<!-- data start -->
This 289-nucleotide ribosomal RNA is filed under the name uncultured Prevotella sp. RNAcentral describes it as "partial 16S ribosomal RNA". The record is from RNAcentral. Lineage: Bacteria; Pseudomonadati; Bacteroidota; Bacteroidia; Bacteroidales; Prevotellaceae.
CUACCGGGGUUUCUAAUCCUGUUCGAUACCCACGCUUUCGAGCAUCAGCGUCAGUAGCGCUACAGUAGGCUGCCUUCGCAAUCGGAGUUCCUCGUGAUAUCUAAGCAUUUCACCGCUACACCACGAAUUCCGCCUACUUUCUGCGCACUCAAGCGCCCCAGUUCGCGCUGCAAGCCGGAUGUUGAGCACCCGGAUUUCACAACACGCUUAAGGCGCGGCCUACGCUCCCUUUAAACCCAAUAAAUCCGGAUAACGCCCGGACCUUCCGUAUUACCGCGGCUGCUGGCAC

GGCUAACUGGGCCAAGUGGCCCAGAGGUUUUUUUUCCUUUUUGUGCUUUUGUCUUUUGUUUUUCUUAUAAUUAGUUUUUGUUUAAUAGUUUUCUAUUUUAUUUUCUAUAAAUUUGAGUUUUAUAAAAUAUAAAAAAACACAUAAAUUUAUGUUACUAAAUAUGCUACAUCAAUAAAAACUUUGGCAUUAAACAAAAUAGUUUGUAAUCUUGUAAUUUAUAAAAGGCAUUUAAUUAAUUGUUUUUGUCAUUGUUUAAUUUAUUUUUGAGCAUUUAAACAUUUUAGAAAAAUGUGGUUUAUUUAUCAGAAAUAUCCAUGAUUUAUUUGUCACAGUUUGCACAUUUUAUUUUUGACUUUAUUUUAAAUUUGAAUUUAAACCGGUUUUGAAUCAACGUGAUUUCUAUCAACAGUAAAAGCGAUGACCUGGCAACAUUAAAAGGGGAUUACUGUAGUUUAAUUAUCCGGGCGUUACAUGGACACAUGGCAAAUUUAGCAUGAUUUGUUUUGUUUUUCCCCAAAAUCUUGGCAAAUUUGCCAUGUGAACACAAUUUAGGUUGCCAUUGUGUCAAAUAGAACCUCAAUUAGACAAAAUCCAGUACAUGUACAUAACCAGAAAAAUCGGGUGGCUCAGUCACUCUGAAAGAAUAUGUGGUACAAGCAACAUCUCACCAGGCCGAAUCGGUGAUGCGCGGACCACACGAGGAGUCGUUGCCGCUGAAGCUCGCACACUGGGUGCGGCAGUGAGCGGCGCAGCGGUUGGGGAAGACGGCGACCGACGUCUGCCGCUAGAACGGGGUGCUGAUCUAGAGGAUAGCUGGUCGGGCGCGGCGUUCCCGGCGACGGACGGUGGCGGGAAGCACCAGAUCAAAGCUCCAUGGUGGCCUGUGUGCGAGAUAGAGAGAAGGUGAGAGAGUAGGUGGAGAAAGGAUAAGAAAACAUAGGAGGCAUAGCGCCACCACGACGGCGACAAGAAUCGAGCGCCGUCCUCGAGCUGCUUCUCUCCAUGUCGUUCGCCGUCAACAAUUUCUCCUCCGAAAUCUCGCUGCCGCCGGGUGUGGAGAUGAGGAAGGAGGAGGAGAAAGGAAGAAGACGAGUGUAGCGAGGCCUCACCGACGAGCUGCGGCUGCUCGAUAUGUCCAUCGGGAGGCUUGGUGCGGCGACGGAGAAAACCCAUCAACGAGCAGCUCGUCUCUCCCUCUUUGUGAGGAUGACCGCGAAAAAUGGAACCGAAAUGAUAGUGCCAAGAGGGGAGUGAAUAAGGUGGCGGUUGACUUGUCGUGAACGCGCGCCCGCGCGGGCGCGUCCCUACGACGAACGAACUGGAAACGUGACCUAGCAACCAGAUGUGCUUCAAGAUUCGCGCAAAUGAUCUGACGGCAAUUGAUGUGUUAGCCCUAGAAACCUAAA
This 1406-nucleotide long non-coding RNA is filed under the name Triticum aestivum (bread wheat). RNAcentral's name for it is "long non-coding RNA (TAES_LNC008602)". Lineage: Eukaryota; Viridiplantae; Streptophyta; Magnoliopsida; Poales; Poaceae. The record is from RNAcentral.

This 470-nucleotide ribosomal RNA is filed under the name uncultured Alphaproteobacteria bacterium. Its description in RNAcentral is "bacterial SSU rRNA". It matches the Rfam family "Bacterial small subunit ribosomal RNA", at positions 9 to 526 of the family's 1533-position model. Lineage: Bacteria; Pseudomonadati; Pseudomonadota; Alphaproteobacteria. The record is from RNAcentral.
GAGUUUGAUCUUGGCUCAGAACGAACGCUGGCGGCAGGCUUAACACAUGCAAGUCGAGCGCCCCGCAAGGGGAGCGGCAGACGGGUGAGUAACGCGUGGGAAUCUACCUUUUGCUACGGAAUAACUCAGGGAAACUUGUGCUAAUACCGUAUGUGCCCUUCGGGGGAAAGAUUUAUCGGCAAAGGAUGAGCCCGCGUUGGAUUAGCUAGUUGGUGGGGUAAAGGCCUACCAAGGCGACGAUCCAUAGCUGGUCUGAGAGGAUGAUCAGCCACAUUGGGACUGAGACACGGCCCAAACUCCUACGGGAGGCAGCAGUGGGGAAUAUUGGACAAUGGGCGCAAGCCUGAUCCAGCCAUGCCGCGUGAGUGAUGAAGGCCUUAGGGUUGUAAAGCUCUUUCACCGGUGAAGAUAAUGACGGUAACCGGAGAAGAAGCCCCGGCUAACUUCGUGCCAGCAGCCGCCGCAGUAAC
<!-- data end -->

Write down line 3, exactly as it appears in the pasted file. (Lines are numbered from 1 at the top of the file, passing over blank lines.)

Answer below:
GGCUAACUGGGCCAAGUGGCCCAGAGGUUUUUUUUCCUUUUUGUGCUUUUGUCUUUUGUUUUUCUUAUAAUUAGUUUUUGUUUAAUAGUUUUCUAUUUUAUUUUCUAUAAAUUUGAGUUUUAUAAAAUAUAAAAAAACACAUAAAUUUAUGUUACUAAAUAUGCUACAUCAAUAAAAACUUUGGCAUUAAACAAAAUAGUUUGUAAUCUUGUAAUUUAUAAAAGGCAUUUAAUUAAUUGUUUUUGUCAUUGUUUAAUUUAUUUUUGAGCAUUUAAACAUUUUAGAAAAAUGUGGUUUAUUUAUCAGAAAUAUCCAUGAUUUAUUUGUCACAGUUUGCACAUUUUAUUUUUGACUUUAUUUUAAAUUUGAAUUUAAACCGGUUUUGAAUCAACGUGAUUUCUAUCAACAGUAAAAGCGAUGACCUGGCAACAUUAAAAGGGGAUUACUGUAGUUUAAUUAUCCGGGCGUUACAUGGACACAUGGCAAAUUUAGCAUGAUUUGUUUUGUUUUUCCCCAAAAUCUUGGCAAAUUUGCCAUGUGAACACAAUUUAGGUUGCCAUUGUGUCAAAUAGAACCUCAAUUAGACAAAAUCCAGUACAUGUACAUAACCAGAAAAAUCGGGUGGCUCAGUCACUCUGAAAGAAUAUGUGGUACAAGCAACAUCUCACCAGGCCGAAUCGGUGAUGCGCGGACCACACGAGGAGUCGUUGCCGCUGAAGCUCGCACACUGGGUGCGGCAGUGAGCGGCGCAGCGGUUGGGGAAGACGGCGACCGACGUCUGCCGCUAGAACGGGGUGCUGAUCUAGAGGAUAGCUGGUCGGGCGCGGCGUUCCCGGCGACGGACGGUGGCGGGAAGCACCAGAUCAAAGCUCCAUGGUGGCCUGUGUGCGAGAUAGAGAGAAGGUGAGAGAGUAGGUGGAGAAAGGAUAAGAAAACAUAGGAGGCAUAGCGCCACCACGACGGCGACAAGAAUCGAGCGCCGUCCUCGAGCUGCUUCUCUCCAUGUCGUUCGCCGUCAACAAUUUCUCCUCCGAAAUCUCGCUGCCGCCGGGUGUGGAGAUGAGGAAGGAGGAGGAGAAAGGAAGAAGACGAGUGUAGCGAGGCCUCACCGACGAGCUGCGGCUGCUCGAUAUGUCCAUCGGGAGGCUUGGUGCGGCGACGGAGAAAACCCAUCAACGAGCAGCUCGUCUCUCCCUCUUUGUGAGGAUGACCGCGAAAAAUGGAACCGAAAUGAUAGUGCCAAGAGGGGAGUGAAUAAGGUGGCGGUUGACUUGUCGUGAACGCGCGCCCGCGCGGGCGCGUCCCUACGACGAACGAACUGGAAACGUGACCUAGCAACCAGAUGUGCUUCAAGAUUCGCGCAAAUGAUCUGACGGCAAUUGAUGUGUUAGCCCUAGAAACCUAAA